Donald Trump held a rally at the Peabody Opera House in St Louis today Thousands of supporters turned out to hear him, with many left listening outside after the 3,000 seat auditorium filled up They were met with thousands more anti-Trump activists, many from the Black Lives Matter movement who protested in Ferguson Multiple fights broke out, with police forced to erect metal barriers and one bloodied man filmed as he was escorted by police Trump’s rally was interrupted by a group of demonstrators who made it inside, with The Donald becoming frustrated with attempts to remove them Lamenting that it was taking so long, he said:
‘Part of the reason it takes so long is nobody wants to hurt each other anymore

A bloodied protester has been filmed being escorted from a Donald Trump rally in St Louis on Friday as demonstrators shut the event down for ten minutes.
The black activist, who gave his name as Anthony Cage, was filmed being escorted into a police van by two St Louis officers with blood across his face and down the front of his sweater.
There had been signs of trouble as early as 8am when people began queuing outside the Peabody Opera House to get tickets, with large groups of pro and anti-Trump fans shouting at one another.


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Police detain a man after a fight between supporters and opponents of U.S. Republican presidential candidate Donald Trump, ahead of his speech outside the Peabody Opera House in St. Louis, Missouri
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The black activist, who gave his name as Anthony Cage, was filmed being escorted into a police van by two St Louis officers with blood across his face and down the front of his sweater 
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A bloodied protester was pictured after being taken from a Donald Trump rally in Missouri today after anti-Trump activists clashed with demonstrators
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The rally was interrupted for ten minutes after activists made it inside the Peabody Opera House in St Louis, with Trump complaining about the delay, saying: ‘The problem is nobody wants to hurt each other anymore’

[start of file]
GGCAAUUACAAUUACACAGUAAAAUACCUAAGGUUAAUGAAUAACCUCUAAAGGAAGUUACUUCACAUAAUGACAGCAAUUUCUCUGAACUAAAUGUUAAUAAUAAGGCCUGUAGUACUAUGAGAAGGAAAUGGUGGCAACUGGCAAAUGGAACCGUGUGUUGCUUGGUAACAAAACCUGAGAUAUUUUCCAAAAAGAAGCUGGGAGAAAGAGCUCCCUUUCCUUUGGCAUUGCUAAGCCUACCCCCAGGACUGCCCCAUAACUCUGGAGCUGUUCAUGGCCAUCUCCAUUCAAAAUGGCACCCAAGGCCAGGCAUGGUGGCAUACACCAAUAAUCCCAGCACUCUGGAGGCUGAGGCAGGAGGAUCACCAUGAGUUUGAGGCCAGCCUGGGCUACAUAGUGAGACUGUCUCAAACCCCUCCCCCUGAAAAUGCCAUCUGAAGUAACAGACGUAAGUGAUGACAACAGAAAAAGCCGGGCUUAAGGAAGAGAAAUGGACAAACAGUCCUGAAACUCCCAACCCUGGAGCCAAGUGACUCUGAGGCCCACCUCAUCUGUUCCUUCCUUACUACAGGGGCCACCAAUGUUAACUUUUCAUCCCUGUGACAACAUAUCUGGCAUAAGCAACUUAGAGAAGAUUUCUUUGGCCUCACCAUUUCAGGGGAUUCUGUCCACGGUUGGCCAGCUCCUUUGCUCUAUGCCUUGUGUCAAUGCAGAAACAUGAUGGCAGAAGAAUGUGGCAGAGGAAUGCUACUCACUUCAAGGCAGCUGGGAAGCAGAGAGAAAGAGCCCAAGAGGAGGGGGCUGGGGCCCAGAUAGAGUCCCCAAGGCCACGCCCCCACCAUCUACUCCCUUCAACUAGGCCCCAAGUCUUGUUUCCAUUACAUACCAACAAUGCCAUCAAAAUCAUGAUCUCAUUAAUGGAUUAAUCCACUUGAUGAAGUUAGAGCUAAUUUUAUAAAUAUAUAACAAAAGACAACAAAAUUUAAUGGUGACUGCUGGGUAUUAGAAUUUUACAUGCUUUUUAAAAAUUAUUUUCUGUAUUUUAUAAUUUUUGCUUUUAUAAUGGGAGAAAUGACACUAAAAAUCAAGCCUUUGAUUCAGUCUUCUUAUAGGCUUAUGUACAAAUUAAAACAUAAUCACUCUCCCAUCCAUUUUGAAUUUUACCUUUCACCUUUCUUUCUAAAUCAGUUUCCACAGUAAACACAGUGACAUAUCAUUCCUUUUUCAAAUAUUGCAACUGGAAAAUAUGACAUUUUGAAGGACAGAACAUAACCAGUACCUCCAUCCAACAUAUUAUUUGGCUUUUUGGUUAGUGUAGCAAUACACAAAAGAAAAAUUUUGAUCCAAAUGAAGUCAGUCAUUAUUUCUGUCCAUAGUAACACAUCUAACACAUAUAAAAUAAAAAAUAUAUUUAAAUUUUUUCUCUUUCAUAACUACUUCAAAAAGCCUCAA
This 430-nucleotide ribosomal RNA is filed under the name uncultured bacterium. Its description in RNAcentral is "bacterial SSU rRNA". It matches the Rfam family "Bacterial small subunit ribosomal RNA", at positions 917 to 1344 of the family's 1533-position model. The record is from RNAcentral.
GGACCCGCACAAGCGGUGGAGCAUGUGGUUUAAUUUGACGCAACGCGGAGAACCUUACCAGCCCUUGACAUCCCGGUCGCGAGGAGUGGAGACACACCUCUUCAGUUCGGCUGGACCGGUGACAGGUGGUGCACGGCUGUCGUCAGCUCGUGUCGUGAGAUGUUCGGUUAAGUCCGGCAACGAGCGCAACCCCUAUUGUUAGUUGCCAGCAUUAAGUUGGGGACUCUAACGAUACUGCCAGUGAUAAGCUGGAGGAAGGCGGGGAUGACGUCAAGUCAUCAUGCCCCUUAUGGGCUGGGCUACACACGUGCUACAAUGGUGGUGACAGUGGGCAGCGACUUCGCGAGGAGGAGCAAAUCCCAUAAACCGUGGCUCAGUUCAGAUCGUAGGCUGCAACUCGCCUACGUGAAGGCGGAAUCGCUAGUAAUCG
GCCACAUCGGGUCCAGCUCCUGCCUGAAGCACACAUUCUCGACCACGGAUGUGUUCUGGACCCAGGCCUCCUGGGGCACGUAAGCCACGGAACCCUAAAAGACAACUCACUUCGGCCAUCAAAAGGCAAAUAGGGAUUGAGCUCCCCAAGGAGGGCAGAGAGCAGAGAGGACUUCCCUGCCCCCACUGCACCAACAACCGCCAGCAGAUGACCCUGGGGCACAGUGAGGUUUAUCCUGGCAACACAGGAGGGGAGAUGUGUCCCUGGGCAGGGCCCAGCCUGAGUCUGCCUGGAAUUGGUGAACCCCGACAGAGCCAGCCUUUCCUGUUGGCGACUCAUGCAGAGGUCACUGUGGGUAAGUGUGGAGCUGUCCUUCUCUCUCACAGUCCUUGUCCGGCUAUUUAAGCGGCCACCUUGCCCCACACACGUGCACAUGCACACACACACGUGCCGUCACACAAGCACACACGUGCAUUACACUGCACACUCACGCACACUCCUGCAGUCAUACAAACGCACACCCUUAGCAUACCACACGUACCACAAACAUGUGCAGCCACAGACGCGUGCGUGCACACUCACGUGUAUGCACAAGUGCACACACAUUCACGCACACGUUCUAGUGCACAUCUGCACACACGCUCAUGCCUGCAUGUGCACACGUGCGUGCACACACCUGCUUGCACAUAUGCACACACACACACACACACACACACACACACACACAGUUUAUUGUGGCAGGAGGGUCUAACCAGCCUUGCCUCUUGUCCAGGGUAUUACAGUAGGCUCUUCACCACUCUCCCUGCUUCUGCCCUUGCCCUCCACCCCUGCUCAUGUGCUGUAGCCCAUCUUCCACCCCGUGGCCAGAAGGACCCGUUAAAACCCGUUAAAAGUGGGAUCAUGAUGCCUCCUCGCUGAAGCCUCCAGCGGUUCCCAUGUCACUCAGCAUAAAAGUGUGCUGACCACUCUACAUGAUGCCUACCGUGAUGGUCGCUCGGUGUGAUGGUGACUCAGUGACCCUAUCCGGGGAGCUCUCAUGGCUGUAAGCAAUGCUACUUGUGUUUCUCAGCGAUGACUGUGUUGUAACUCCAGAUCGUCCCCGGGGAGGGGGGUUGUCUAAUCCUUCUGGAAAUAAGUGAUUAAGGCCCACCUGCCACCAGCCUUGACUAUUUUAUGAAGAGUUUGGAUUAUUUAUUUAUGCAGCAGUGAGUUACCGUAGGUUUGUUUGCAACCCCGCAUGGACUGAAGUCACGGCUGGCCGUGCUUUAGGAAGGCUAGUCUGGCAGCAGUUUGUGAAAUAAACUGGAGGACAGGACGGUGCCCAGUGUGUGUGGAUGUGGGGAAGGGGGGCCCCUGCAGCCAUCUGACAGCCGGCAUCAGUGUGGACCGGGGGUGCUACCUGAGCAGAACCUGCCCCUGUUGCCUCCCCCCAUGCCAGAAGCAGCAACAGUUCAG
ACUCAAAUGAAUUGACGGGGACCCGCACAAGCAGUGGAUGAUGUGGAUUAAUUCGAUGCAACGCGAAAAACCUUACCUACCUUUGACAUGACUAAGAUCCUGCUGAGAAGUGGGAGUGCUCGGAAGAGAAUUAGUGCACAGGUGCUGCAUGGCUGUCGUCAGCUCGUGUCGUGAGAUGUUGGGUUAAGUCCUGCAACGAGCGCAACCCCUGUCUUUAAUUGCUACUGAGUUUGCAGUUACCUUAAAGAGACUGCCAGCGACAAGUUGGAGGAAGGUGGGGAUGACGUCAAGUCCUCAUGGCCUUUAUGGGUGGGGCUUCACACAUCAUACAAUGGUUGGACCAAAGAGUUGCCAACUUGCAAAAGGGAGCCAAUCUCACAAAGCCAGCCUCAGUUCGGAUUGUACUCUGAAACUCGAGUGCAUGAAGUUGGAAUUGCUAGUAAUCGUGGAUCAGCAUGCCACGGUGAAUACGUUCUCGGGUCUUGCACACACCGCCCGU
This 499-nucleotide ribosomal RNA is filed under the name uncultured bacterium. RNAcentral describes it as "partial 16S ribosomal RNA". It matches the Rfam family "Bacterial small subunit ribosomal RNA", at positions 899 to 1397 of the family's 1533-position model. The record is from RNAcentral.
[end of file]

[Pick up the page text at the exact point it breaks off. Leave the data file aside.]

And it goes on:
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A demonstrator is removed from inside the Peabody Opera House during Trump’s rally in St Louis
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Police move in to arrest a group of demonstrators after they began chanting slogans and waving banners comparing Trump to the KK during his rally in St Louis today

After a large number of demonstrators sneaked into the event and began a coordinated protest inside, Trump told the crowd: ‘Part of the problem and part of the reason it takes so long is nobody wants to hurt each other anymore, right?
‘And they’re being politically correct the way they take them out. So it takes a little bit longer,’ the River Front Times reported.
Demonstrators pulled off their jackets to reveal anti-Trump slogans, or produced banners, at least one of which compared Trump to the KKK.
Trump repeatedly summoned police to remove the demonstrators, and seemed to become irritated after it took ten minutes to escort them out.
It is not clear how the activist was injured, but there were multiple scuffles between Trump supporters and demonstrators.
Other reports indicated that the man was not arrested, but instead had his wounds treated and was allowed to walk free.
The fresh scenes of violence come after Trump supporter John McGraw, 78, was caught on camera hitting Rakeem Jones, 26, at another event in Fayetteville, North Carolina, on Wednesday.

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Thousands of anti-Trump protesters, some Black Lives Matter activists and veterans of the Ferguson demonstrations, wave banners and chanted slogans outside the venue

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Trump supporters were also out in force, with lines for the rally stretching around the block and thousands of people left to listen on loudspeakers outside

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Police were forced to erect metal barriers between the two factions as tempers repeatedly threatened to boil over, with Trump supporters chanting ‘build the wall’
 Quizzed by Inside Edition on why he hit the black demonstrator, McGraw responded ‘we don’t know if he’s ISIS’, before adding: ‘Next time we see him, we might have to kill him.’

In response to the alleged attack, R&B singer Chris Brown urged black protesters to travel in groups to avoid being attacked.
According to the New York Daily News, the singer said: ‘Man, this s*** is getting crazy. Black people getting assaulted at f****ing rallies where you’re supposed to talk at.
‘What you need to start doing – all these black people, go together 40, 50 deep. See what they do then. Keep touching us, motherf*****.’
Trump has repeatedly refuted allegations that his often incendiary rhetoric, particularly against Muslims and Mexicans, has incited violence.
Organizers at Trump rallies have also been advising attendees on how to deal with demonstrators, saying they should chant and wave banners while waiting for the authorities, and have warned against getting physically involved themselves.